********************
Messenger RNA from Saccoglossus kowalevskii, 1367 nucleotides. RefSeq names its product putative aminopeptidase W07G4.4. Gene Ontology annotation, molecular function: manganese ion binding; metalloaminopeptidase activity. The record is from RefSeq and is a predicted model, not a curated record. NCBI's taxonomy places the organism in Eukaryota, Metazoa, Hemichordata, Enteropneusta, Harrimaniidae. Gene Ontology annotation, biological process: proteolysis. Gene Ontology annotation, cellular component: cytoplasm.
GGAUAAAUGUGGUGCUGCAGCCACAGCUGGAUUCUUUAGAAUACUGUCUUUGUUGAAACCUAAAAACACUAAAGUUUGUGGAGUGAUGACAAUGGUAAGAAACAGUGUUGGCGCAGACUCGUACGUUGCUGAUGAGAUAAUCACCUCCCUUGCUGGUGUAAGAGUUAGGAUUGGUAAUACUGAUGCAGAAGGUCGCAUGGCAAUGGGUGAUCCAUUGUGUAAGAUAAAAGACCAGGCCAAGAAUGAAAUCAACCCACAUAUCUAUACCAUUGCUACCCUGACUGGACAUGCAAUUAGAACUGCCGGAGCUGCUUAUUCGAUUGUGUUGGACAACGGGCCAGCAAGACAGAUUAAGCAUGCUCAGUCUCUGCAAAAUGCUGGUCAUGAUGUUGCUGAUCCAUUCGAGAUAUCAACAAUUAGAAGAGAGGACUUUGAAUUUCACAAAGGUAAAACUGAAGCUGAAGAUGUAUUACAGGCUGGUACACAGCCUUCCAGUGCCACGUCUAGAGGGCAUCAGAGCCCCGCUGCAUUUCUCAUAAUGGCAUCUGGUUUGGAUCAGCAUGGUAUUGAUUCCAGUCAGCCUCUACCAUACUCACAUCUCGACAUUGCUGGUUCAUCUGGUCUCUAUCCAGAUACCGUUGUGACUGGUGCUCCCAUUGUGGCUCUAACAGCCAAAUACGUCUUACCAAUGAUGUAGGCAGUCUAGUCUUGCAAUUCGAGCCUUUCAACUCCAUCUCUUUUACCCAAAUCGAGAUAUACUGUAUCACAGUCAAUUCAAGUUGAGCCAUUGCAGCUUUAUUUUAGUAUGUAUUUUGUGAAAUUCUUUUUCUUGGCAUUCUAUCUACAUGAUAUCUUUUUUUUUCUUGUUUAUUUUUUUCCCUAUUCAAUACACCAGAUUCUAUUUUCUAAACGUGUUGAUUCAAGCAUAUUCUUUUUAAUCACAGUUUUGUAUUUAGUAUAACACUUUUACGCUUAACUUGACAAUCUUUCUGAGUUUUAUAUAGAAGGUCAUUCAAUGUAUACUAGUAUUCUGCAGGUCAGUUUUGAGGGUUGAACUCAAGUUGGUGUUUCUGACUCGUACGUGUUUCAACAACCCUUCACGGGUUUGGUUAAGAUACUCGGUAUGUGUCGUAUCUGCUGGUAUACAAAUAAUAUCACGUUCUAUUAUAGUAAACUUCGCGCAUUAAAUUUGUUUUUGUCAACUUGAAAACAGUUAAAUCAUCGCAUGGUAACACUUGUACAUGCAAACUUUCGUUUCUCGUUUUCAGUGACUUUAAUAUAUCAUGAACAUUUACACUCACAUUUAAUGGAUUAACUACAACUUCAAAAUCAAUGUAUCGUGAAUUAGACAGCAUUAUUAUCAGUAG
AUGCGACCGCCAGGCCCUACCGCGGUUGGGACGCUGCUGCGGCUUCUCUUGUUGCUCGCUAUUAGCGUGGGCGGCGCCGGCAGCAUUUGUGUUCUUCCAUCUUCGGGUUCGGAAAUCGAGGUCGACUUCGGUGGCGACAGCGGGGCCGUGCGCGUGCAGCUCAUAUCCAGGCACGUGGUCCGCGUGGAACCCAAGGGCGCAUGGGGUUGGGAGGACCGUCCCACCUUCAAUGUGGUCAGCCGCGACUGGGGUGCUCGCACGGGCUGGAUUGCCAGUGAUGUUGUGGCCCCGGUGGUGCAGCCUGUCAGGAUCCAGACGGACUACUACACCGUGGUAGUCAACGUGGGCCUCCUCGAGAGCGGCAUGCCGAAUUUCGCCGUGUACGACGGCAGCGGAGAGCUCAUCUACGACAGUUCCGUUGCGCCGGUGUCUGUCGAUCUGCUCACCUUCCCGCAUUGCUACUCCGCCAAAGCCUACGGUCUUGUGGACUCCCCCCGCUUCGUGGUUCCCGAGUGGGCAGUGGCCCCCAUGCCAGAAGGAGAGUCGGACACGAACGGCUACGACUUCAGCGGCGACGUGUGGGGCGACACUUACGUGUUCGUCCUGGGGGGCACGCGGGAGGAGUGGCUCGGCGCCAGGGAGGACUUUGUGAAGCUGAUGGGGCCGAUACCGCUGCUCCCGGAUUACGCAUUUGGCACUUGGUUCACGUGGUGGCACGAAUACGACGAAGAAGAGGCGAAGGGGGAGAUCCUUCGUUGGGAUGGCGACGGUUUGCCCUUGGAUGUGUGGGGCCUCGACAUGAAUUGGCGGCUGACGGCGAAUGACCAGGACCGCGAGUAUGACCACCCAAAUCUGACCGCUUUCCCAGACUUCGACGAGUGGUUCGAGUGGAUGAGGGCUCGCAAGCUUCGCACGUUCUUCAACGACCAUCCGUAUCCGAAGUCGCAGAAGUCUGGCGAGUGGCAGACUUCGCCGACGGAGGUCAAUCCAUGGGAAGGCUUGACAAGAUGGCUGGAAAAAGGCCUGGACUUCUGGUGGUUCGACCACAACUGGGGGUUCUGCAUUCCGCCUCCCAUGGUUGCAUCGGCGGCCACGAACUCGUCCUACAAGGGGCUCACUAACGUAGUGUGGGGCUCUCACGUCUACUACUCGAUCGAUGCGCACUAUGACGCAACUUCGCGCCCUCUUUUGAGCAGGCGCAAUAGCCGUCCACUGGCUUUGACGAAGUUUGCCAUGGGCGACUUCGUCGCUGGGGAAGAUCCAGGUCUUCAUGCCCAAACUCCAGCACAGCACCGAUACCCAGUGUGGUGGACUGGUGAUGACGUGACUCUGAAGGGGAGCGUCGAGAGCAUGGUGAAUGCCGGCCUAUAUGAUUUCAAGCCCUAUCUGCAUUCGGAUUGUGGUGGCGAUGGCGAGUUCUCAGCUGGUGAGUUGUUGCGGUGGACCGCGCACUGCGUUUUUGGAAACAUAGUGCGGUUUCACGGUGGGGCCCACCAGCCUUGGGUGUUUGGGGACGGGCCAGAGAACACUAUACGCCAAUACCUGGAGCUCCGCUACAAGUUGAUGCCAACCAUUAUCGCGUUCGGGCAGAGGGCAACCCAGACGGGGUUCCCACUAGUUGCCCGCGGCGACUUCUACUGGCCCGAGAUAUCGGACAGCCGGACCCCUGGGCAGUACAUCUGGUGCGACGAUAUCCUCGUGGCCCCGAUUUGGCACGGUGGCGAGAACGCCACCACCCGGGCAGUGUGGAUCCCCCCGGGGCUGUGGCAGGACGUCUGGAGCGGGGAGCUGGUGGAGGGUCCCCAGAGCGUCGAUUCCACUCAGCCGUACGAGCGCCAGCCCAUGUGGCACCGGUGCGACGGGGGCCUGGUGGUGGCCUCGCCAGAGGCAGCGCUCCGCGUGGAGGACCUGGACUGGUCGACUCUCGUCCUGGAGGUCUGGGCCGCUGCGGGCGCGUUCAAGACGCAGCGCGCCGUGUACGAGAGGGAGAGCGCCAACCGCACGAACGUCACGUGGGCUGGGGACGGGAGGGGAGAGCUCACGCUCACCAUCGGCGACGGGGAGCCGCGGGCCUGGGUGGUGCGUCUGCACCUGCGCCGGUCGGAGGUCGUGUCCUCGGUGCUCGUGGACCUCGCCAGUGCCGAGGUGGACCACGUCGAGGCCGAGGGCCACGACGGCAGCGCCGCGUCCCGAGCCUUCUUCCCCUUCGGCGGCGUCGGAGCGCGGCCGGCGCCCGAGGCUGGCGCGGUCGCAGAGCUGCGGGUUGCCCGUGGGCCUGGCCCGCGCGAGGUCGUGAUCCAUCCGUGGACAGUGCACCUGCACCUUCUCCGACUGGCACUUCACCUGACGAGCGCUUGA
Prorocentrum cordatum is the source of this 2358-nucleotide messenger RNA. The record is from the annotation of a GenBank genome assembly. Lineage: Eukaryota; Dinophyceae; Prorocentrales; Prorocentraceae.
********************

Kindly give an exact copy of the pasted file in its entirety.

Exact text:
Messenger RNA from Saccoglossus kowalevskii, 1367 nucleotides. RefSeq names its product putative aminopeptidase W07G4.4. Gene Ontology annotation, molecular function: manganese ion binding; metalloaminopeptidase activity. The record is from RefSeq and is a predicted model, not a curated record. NCBI's taxonomy places the organism in Eukaryota, Metazoa, Hemichordata, Enteropneusta, Harrimaniidae. Gene Ontology annotation, biological process: proteolysis. Gene Ontology annotation, cellular component: cytoplasm.
GGAUAAAUGUGGUGCUGCAGCCACAGCUGGAUUCUUUAGAAUACUGUCUUUGUUGAAACCUAAAAACACUAAAGUUUGUGGAGUGAUGACAAUGGUAAGAAACAGUGUUGGCGCAGACUCGUACGUUGCUGAUGAGAUAAUCACCUCCCUUGCUGGUGUAAGAGUUAGGAUUGGUAAUACUGAUGCAGAAGGUCGCAUGGCAAUGGGUGAUCCAUUGUGUAAGAUAAAAGACCAGGCCAAGAAUGAAAUCAACCCACAUAUCUAUACCAUUGCUACCCUGACUGGACAUGCAAUUAGAACUGCCGGAGCUGCUUAUUCGAUUGUGUUGGACAACGGGCCAGCAAGACAGAUUAAGCAUGCUCAGUCUCUGCAAAAUGCUGGUCAUGAUGUUGCUGAUCCAUUCGAGAUAUCAACAAUUAGAAGAGAGGACUUUGAAUUUCACAAAGGUAAAACUGAAGCUGAAGAUGUAUUACAGGCUGGUACACAGCCUUCCAGUGCCACGUCUAGAGGGCAUCAGAGCCCCGCUGCAUUUCUCAUAAUGGCAUCUGGUUUGGAUCAGCAUGGUAUUGAUUCCAGUCAGCCUCUACCAUACUCACAUCUCGACAUUGCUGGUUCAUCUGGUCUCUAUCCAGAUACCGUUGUGACUGGUGCUCCCAUUGUGGCUCUAACAGCCAAAUACGUCUUACCAAUGAUGUAGGCAGUCUAGUCUUGCAAUUCGAGCCUUUCAACUCCAUCUCUUUUACCCAAAUCGAGAUAUACUGUAUCACAGUCAAUUCAAGUUGAGCCAUUGCAGCUUUAUUUUAGUAUGUAUUUUGUGAAAUUCUUUUUCUUGGCAUUCUAUCUACAUGAUAUCUUUUUUUUUCUUGUUUAUUUUUUUCCCUAUUCAAUACACCAGAUUCUAUUUUCUAAACGUGUUGAUUCAAGCAUAUUCUUUUUAAUCACAGUUUUGUAUUUAGUAUAACACUUUUACGCUUAACUUGACAAUCUUUCUGAGUUUUAUAUAGAAGGUCAUUCAAUGUAUACUAGUAUUCUGCAGGUCAGUUUUGAGGGUUGAACUCAAGUUGGUGUUUCUGACUCGUACGUGUUUCAACAACCCUUCACGGGUUUGGUUAAGAUACUCGGUAUGUGUCGUAUCUGCUGGUAUACAAAUAAUAUCACGUUCUAUUAUAGUAAACUUCGCGCAUUAAAUUUGUUUUUGUCAACUUGAAAACAGUUAAAUCAUCGCAUGGUAACACUUGUACAUGCAAACUUUCGUUUCUCGUUUUCAGUGACUUUAAUAUAUCAUGAACAUUUACACUCACAUUUAAUGGAUUAACUACAACUUCAAAAUCAAUGUAUCGUGAAUUAGACAGCAUUAUUAUCAGUAG
AUGCGACCGCCAGGCCCUACCGCGGUUGGGACGCUGCUGCGGCUUCUCUUGUUGCUCGCUAUUAGCGUGGGCGGCGCCGGCAGCAUUUGUGUUCUUCCAUCUUCGGGUUCGGAAAUCGAGGUCGACUUCGGUGGCGACAGCGGGGCCGUGCGCGUGCAGCUCAUAUCCAGGCACGUGGUCCGCGUGGAACCCAAGGGCGCAUGGGGUUGGGAGGACCGUCCCACCUUCAAUGUGGUCAGCCGCGACUGGGGUGCUCGCACGGGCUGGAUUGCCAGUGAUGUUGUGGCCCCGGUGGUGCAGCCUGUCAGGAUCCAGACGGACUACUACACCGUGGUAGUCAACGUGGGCCUCCUCGAGAGCGGCAUGCCGAAUUUCGCCGUGUACGACGGCAGCGGAGAGCUCAUCUACGACAGUUCCGUUGCGCCGGUGUCUGUCGAUCUGCUCACCUUCCCGCAUUGCUACUCCGCCAAAGCCUACGGUCUUGUGGACUCCCCCCGCUUCGUGGUUCCCGAGUGGGCAGUGGCCCCCAUGCCAGAAGGAGAGUCGGACACGAACGGCUACGACUUCAGCGGCGACGUGUGGGGCGACACUUACGUGUUCGUCCUGGGGGGCACGCGGGAGGAGUGGCUCGGCGCCAGGGAGGACUUUGUGAAGCUGAUGGGGCCGAUACCGCUGCUCCCGGAUUACGCAUUUGGCACUUGGUUCACGUGGUGGCACGAAUACGACGAAGAAGAGGCGAAGGGGGAGAUCCUUCGUUGGGAUGGCGACGGUUUGCCCUUGGAUGUGUGGGGCCUCGACAUGAAUUGGCGGCUGACGGCGAAUGACCAGGACCGCGAGUAUGACCACCCAAAUCUGACCGCUUUCCCAGACUUCGACGAGUGGUUCGAGUGGAUGAGGGCUCGCAAGCUUCGCACGUUCUUCAACGACCAUCCGUAUCCGAAGUCGCAGAAGUCUGGCGAGUGGCAGACUUCGCCGACGGAGGUCAAUCCAUGGGAAGGCUUGACAAGAUGGCUGGAAAAAGGCCUGGACUUCUGGUGGUUCGACCACAACUGGGGGUUCUGCAUUCCGCCUCCCAUGGUUGCAUCGGCGGCCACGAACUCGUCCUACAAGGGGCUCACUAACGUAGUGUGGGGCUCUCACGUCUACUACUCGAUCGAUGCGCACUAUGACGCAACUUCGCGCCCUCUUUUGAGCAGGCGCAAUAGCCGUCCACUGGCUUUGACGAAGUUUGCCAUGGGCGACUUCGUCGCUGGGGAAGAUCCAGGUCUUCAUGCCCAAACUCCAGCACAGCACCGAUACCCAGUGUGGUGGACUGGUGAUGACGUGACUCUGAAGGGGAGCGUCGAGAGCAUGGUGAAUGCCGGCCUAUAUGAUUUCAAGCCCUAUCUGCAUUCGGAUUGUGGUGGCGAUGGCGAGUUCUCAGCUGGUGAGUUGUUGCGGUGGACCGCGCACUGCGUUUUUGGAAACAUAGUGCGGUUUCACGGUGGGGCCCACCAGCCUUGGGUGUUUGGGGACGGGCCAGAGAACACUAUACGCCAAUACCUGGAGCUCCGCUACAAGUUGAUGCCAACCAUUAUCGCGUUCGGGCAGAGGGCAACCCAGACGGGGUUCCCACUAGUUGCCCGCGGCGACUUCUACUGGCCCGAGAUAUCGGACAGCCGGACCCCUGGGCAGUACAUCUGGUGCGACGAUAUCCUCGUGGCCCCGAUUUGGCACGGUGGCGAGAACGCCACCACCCGGGCAGUGUGGAUCCCCCCGGGGCUGUGGCAGGACGUCUGGAGCGGGGAGCUGGUGGAGGGUCCCCAGAGCGUCGAUUCCACUCAGCCGUACGAGCGCCAGCCCAUGUGGCACCGGUGCGACGGGGGCCUGGUGGUGGCCUCGCCAGAGGCAGCGCUCCGCGUGGAGGACCUGGACUGGUCGACUCUCGUCCUGGAGGUCUGGGCCGCUGCGGGCGCGUUCAAGACGCAGCGCGCCGUGUACGAGAGGGAGAGCGCCAACCGCACGAACGUCACGUGGGCUGGGGACGGGAGGGGAGAGCUCACGCUCACCAUCGGCGACGGGGAGCCGCGGGCCUGGGUGGUGCGUCUGCACCUGCGCCGGUCGGAGGUCGUGUCCUCGGUGCUCGUGGACCUCGCCAGUGCCGAGGUGGACCACGUCGAGGCCGAGGGCCACGACGGCAGCGCCGCGUCCCGAGCCUUCUUCCCCUUCGGCGGCGUCGGAGCGCGGCCGGCGCCCGAGGCUGGCGCGGUCGCAGAGCUGCGGGUUGCCCGUGGGCCUGGCCCGCGCGAGGUCGUGAUCCAUCCGUGGACAGUGCACCUGCACCUUCUCCGACUGGCACUUCACCUGACGAGCGCUUGA
Prorocentrum cordatum is the source of this 2358-nucleotide messenger RNA. The record is from the annotation of a GenBank genome assembly. Lineage: Eukaryota; Dinophyceae; Prorocentrales; Prorocentraceae.